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J-1 visa workers ‘not going to be a solution for the community this year’

You don’t have to travel far around the Outer Banks to see “Help Wanted” signs dotted up and down the highway and the beach road, from Duck to Ocracoke. Dozens of businesses have come to rely on summer work travel participants to staff the busy season.

In 1961, U.S. Senator J. William Fulbright introduced the Exchange Visitor Program, also called the J-1 visa, as a mutually beneficial short-term work experience for foreign students, teachers and other professionals. Under the J-1 umbrella is the Summer Work Travel program, which allows college students from around the world to secure a work visa for a limited number of days, followed by a time to travel and explore the country.

Businesses in tourism-related areas like the Outer Banks have utilized the Summer Work Travel program to staff positions in restaurants, hotels and retail stores.

“These students provide a valuable service to everyone,” said Renee Cahoon, a Nags Head commissioner who also owns and runs Cahoon’s Market & Cottages, a tradition in the Outer Banks since 1962. Her business personally suffered from the reduced workforce in 2020, closing early each day. “Everyone here on the Outer Banks was overworked. The whole area suffered from the lack of labor. These kids are important – everyone who works in the Outer Banks is important,” she said.

According to Cahoon, international students are not always treated like they’re important. “Our attitude should be, ‘Thank you for coming here to work,’” she said. “I’ve seen them be abused terribly… people saying, ‘Why the hell are you here if you can’t speak English?’”

All students undergo an extensive hiring process which includes English proficiency assessment and customer service skills, as well as pay thousands of dollars to participate in the program. “Many of the students work two jobs to make up for what they’ve spent to get here,” said Jamie Banjak, the chair of the Outer Banks International Student Outreach Program (OBX ISOP), a volunteer organization with a mission to “provide a safe and successful experience for the exchange visitors who temporary live and work in the Outer Banks every summer.”

But, according to Banjak, the infrastructure to provide for an enjoyable, safe experience for J-1 participants is lacking. The Outer Banks does not have public transportation, well-lit bike paths or sufficient affordable housing options. “It’s a case of somebody, anybody, nobody. There’s not a regional solution,” she said. “We’re better than this. We should show better than this. We haven’t done a lot to court our workforce,” Banjak said. “They are such a vital part of our workforce. We are getting super smart, extremely motivated students,” she said.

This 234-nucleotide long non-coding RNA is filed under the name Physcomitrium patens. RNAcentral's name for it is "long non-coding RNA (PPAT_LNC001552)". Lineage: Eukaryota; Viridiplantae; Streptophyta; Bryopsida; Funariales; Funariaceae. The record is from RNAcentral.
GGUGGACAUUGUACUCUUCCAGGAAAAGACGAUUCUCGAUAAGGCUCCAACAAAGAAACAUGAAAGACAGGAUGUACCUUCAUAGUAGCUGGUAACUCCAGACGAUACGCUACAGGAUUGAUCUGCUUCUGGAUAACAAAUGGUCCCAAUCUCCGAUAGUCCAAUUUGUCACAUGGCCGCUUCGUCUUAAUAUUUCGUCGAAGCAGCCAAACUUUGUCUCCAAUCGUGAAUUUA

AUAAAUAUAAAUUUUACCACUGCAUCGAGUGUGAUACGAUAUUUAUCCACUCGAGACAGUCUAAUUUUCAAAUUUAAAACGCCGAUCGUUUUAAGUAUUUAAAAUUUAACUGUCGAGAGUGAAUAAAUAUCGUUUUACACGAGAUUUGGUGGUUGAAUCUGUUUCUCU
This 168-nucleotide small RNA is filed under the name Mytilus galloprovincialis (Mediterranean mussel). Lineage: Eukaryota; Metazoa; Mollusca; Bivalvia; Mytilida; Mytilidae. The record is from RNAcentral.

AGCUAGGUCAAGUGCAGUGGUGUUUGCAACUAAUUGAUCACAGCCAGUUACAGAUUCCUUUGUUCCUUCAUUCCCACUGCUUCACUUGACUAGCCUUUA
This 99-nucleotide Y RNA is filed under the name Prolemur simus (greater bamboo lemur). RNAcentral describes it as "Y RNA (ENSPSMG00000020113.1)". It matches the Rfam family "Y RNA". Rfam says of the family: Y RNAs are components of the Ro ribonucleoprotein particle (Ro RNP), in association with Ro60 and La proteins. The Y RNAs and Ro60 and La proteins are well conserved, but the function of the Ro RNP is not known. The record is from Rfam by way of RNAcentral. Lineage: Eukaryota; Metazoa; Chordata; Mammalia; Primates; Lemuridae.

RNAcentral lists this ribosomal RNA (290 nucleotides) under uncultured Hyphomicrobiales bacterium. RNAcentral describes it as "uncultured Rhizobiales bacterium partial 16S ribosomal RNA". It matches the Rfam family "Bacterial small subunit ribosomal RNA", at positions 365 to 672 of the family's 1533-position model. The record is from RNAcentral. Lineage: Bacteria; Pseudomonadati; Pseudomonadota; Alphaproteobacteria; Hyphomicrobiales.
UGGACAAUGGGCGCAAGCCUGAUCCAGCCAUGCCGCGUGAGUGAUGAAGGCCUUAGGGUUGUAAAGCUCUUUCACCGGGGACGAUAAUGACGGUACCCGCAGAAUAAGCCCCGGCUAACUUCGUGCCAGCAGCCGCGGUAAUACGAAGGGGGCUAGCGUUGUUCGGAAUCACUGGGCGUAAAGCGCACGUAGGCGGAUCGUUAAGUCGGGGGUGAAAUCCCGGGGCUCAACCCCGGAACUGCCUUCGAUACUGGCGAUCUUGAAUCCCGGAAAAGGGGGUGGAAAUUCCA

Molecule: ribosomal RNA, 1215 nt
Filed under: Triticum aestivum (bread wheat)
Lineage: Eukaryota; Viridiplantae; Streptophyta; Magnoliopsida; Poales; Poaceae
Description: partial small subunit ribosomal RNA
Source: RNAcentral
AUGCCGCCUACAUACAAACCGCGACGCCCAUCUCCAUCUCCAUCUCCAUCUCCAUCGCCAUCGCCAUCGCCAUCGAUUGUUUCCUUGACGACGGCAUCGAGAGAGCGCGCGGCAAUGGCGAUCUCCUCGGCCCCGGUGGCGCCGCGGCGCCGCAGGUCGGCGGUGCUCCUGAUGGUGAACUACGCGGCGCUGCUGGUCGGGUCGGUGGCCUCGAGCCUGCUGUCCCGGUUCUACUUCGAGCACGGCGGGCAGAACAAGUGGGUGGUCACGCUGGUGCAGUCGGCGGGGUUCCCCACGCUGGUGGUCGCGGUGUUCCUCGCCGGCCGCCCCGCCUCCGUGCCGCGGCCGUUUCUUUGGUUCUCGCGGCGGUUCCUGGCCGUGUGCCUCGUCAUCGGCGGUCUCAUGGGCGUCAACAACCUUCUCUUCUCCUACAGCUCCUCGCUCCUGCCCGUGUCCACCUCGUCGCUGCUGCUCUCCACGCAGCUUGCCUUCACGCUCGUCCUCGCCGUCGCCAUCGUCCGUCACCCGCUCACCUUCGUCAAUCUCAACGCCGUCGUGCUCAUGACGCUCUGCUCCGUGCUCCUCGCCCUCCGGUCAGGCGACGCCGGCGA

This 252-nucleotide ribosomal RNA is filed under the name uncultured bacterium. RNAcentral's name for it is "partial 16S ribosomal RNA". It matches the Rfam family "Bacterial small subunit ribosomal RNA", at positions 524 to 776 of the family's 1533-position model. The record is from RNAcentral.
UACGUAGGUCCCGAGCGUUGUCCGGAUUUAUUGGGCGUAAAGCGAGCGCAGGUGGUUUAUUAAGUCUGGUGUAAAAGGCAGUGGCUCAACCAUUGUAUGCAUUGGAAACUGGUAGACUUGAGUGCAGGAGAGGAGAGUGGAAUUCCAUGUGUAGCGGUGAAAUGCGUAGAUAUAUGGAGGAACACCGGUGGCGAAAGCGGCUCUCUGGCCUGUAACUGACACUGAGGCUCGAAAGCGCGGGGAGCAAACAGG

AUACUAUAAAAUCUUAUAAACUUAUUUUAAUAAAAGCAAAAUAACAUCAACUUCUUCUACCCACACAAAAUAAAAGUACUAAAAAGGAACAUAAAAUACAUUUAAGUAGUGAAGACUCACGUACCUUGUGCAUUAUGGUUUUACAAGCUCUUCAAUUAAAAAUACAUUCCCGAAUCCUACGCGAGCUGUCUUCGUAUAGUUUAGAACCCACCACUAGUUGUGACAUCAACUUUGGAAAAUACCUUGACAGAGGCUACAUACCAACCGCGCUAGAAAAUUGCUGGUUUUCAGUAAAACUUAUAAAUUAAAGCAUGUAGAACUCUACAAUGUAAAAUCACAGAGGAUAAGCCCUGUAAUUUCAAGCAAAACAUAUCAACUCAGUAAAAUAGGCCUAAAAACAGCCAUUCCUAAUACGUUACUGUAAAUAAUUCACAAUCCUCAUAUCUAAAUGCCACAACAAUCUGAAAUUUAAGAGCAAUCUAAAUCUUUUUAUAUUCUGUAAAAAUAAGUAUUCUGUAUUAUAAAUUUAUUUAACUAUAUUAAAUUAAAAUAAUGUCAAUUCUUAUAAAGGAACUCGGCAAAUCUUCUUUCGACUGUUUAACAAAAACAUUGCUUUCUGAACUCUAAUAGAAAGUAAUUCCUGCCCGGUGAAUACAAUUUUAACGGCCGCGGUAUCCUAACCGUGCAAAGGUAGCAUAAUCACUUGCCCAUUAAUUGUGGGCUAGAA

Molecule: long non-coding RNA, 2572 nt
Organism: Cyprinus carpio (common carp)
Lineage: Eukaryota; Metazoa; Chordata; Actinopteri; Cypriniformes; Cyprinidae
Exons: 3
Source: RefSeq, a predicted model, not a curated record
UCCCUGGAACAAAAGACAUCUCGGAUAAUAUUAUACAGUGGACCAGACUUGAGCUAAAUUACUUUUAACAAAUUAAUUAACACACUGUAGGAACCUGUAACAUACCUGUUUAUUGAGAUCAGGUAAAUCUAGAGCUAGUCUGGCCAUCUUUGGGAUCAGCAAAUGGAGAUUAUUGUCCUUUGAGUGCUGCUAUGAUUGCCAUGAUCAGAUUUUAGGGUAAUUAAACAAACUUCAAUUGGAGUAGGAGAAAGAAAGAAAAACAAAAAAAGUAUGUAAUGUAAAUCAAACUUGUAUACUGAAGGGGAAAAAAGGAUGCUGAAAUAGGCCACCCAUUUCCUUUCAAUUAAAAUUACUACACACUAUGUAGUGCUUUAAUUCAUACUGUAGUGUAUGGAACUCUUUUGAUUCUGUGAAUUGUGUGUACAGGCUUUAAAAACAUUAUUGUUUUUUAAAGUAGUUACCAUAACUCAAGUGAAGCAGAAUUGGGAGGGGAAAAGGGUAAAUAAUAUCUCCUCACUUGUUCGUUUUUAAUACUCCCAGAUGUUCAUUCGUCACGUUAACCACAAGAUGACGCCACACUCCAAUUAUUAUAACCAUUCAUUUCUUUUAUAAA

“Our J-1 students work very hard,” said Destiney Allen, human resources admin and recruiter with Kitty Hawk Kites. In a typical (pre-COVID) year, Kitty Hawk Kites employs 50 to 60 J-1 students through the visa sponsor Intrax. “Our American workers also enjoy working with J-1s and learning their cultures. Our American interns also see it as another opportunity to grow their leadership and communication skills,” Allen said.

Food Lion also relies on J-1 visa participants for the summer season. “Food Lion has had a very positive experience hiring J-1 visa participants at our Outer Banks stores,” said Ben Gould, director of operations for Food Lion. “Every day, Food Lion seeks exceptional talent, and we always hire additional associates during the peak summer season as it takes a significant addition to our workforce to best serve our customers during this time. To help meet that increased need, we are always excited to hire international students as it helps us share and expand cultural experiences across our workforce while ensuring our neighbors can enjoy all the products and services at the everyday low prices they expect from Food Lion. We look forward to again welcoming associates that will join our team through the J-1 visa.”

Across the nation, pre-COVID, there were over 100,000 J-1 participants from Alaska to Florida and 1,793 in the Outer Banks in 2019. That number had been rising steadily each year. In 2020, due to the pandemic and the White House’s ban on J-1 visas, that number in the Outer Banks dwindled to less than 200. And many of those were students from Ecuador who arrived in early spring and were stranded here during the lockdown phase.